The world has gone crazy. You need to stay sane.
If you watch the news, or read through a list of current economic statistics, things look pretty dismal. Growth is weak. Income is flat. Consumer spending has slowed. European countries are struggling with high unemployment. Youth unemployment is over 40% in four of those countries – Greece, Italy, Portugal, and Spain – and is high in the U.S. as well, currently 16.1%.
Meanwhile, governments are running large deficits and central banks are printing mountains of cash. College-bound kids are piling on mounds of debt and struggling to find jobs after graduation.
But if you look at the equity markets, things appear bright and sunny. We’re near record highs. Companies are awash in profits. Interest rates are exceptionally low.
How is it possible that these two worlds – economics vs. financial markets – can peacefully coexist? The short answer is, they can’t. The more involved answer is, they can’t peacefully coexist for long.
Right now the economy is suffering from a lack of demand. We know this and have warned about it often. That lack of demand is a normal part of our economic cycle that occurs when the largest group in the economy (the Boomers) enter the phase of life where saving is more important than spending. This lack of demand is compounded by a dramatic reduction in the people (beyond college students) who want to take on credit. These two trends result in a slack economy, shown through high unemployment and stubbornly low wages. This makes perfect sense; but it’s also where things get tricky.
The government and the Federal Reserve recognize this lack of demand, but they aren’t sure how to fix it. The Fed only has a few tools – like interest rates and money printing – so it does what it can. The Fed is busy keeping interest rates low and printing money. This is a fabulous recipe for pushing stocks to the moon because it makes other investments, like bonds, less attractive. The problem is that the efforts are not actually fixing our economy. We are muddling through and, at this point, we’re somewhat resigned to a low growth level.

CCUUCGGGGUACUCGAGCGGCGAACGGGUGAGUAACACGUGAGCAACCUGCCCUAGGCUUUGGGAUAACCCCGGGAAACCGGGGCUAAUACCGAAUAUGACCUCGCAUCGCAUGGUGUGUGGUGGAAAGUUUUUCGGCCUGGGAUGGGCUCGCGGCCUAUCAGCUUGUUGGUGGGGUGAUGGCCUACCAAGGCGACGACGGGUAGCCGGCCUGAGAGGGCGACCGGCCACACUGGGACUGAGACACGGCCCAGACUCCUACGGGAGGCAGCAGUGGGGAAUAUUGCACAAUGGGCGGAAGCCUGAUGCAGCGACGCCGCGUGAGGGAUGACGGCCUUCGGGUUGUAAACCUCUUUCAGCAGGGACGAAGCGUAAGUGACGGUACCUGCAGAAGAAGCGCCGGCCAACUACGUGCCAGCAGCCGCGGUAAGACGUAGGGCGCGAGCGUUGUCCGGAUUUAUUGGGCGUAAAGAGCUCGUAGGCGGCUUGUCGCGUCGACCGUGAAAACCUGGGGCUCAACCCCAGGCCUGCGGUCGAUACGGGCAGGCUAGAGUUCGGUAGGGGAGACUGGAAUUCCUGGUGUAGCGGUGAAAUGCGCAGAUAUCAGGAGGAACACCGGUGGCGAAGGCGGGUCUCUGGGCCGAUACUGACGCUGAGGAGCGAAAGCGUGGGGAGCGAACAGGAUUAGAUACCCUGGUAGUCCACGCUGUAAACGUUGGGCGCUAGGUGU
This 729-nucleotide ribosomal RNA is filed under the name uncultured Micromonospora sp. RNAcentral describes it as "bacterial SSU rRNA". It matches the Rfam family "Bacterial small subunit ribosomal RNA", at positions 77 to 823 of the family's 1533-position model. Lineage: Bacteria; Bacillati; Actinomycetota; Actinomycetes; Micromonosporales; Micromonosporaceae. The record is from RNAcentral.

But the Fed keeps printing, so the market keeps rising. This is short-sighted, but it’s where we are. The problem comes in when the Federal Reserve considers slowing its efforts. This hasn’t happened – yet – but the members of the Fed Open Market Committee (FOMC) discussed at their last meeting, which ended May 1, how and when this might occur. When the minutes were made public, the market swooned.
Now, keep in mind that nothing economic had changed. We were, and are, in the same place as we were before the Fed minutes were published last month. The only thing that has changed is that market participants are acknowledging the Fed might actually quit printing $85 billion a month.
So here we are, with stubbornly sluggish economic numbers that have brought on a massive response by our central bank, and equity markets that are reacting to the central bank, not the economic numbers.
It makes no sense, but it’s where we live. So our job is to recognize the craziness in the system. The markets are not reflecting a healthy economy, but instead are reacting to the size of the Fed’s intervention programs. We’ll watch these programs closely, because they hold a key as to when the markets could take a break from their long march higher.